The net loss for the three-month period ended March 31, 2020 was $2.9 million, a decrease of $1.1 million from the $4.0 million of net loss reported during the comparable 2019 period. The reduction in net loss was due to higher revenue and gross profit, slightly offset by higher SG&A, as previously discussed.

 

Liquidity and Capital Resources

 

At March 31, 2020, the Company had working capital, which represents current assets less current liabilities, of $26.0 million, a decrease of $2.3 million from the working capital of $28.3 million at December 31, 2019. The decrease in working capital is primarily attributable to timing of accounts payable, prepaid expenses and accrued expenses.

 

Inventory and trade receivables are principal components of current assets. At March 31, 2020, the Company had inventories of $58.3 million, a decrease of $0.9 million from $59.2 million at December 31, 2019. The decrease in the inventory balance is primarily due to the timing and availability of inventory purchases and the sale of refrigerants. The Company’s ability to sell and replace its inventory on a timely basis and the prices at which it can be sold are subject, among other things, to current market conditions and the nature of supplier or customer arrangements and the Company’s ability to source CFC based refrigerants (which are no longer being produced), HCFC refrigerants (which are currently being phased down leading to a full phase out of virgin production), or non-CFC based refrigerants. At March 31, 2020, the Company had trade receivables, net of allowance for doubtful accounts, of $15.5 million, an increase of $7.4 million from $8.1 million at December 31, 2019, mainly due to increased sales. The Company’s trade receivables are concentrated with various wholesalers, brokers, contractors and end-users within the refrigeration industry that are primarily located in the continental United States. The Company has historically financed its working capital requirements through cash flows from operations, the issuance of debt and equity securities, and bank borrowings.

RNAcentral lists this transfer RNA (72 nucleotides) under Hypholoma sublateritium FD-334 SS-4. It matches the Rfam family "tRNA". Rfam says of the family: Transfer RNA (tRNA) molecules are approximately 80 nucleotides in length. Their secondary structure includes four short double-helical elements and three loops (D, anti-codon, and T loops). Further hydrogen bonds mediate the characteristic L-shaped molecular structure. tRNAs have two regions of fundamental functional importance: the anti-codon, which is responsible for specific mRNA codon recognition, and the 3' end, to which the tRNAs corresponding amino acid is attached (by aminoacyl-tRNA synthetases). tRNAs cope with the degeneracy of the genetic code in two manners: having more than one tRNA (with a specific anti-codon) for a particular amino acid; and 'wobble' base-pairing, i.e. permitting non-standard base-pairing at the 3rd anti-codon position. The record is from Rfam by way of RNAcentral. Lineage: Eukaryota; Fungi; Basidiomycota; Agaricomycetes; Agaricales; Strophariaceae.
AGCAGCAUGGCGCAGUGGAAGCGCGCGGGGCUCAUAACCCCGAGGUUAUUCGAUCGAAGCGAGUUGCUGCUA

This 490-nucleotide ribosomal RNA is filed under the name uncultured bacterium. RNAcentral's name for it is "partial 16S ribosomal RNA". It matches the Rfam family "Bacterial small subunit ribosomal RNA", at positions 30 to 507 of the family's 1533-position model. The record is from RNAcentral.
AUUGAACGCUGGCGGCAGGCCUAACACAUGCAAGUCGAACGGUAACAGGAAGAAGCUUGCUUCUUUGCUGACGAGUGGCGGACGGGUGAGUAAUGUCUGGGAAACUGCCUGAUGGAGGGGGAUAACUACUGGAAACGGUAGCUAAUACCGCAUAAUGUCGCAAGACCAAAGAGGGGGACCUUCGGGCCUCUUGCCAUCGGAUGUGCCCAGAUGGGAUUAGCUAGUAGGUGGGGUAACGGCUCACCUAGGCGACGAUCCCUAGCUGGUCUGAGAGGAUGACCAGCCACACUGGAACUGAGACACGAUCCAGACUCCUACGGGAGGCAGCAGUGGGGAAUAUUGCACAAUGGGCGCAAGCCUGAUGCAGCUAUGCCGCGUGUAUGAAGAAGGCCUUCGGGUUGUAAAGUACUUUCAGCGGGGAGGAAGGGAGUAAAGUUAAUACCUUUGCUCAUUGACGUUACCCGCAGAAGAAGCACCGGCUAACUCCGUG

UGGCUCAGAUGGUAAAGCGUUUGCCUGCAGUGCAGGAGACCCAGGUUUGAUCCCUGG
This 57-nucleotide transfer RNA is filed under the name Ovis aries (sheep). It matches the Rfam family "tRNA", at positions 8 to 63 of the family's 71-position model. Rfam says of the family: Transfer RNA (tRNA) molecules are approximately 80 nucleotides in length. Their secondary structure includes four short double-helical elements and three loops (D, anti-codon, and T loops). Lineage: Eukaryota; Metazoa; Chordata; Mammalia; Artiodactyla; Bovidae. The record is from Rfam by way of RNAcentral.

Net cash used in operating activities for the three-month period ended March 31, 2020 was $3.6 million, when compared to net cash used in operating activities of $1.9 million for the comparable 2019 period. The variance is primarily due to timing of accounts receivable and inventory balances.

 

Net cash used in investing activities for the three-month periods ended March 31, 2020 and 2019 were $0.2 million for both periods.

 

Net cash provided by financing activities for the three-month period ended March 31, 2020 was $7.4 million compared with net cash provided by financing activities of $0.9 million for the comparable 2019 period. The Company borrowed $6 million of additional revolver loan during the first quarter of 2020 when compared to the first quarter of 2019, but also had a $6.3 million cash balance at March 31, 2020 when compared to a $1.2 million cash balance at March 31, 2019. In addition, the Company paid down additional term loan principal during the first quarter of 2019 due to timing.

 

At March 31, 2020, cash and cash equivalents were $6.3 million, or approximately $3.7 million higher than the $2.6 million of cash and cash equivalents at December 31, 2019.

 

Revolving Credit Facility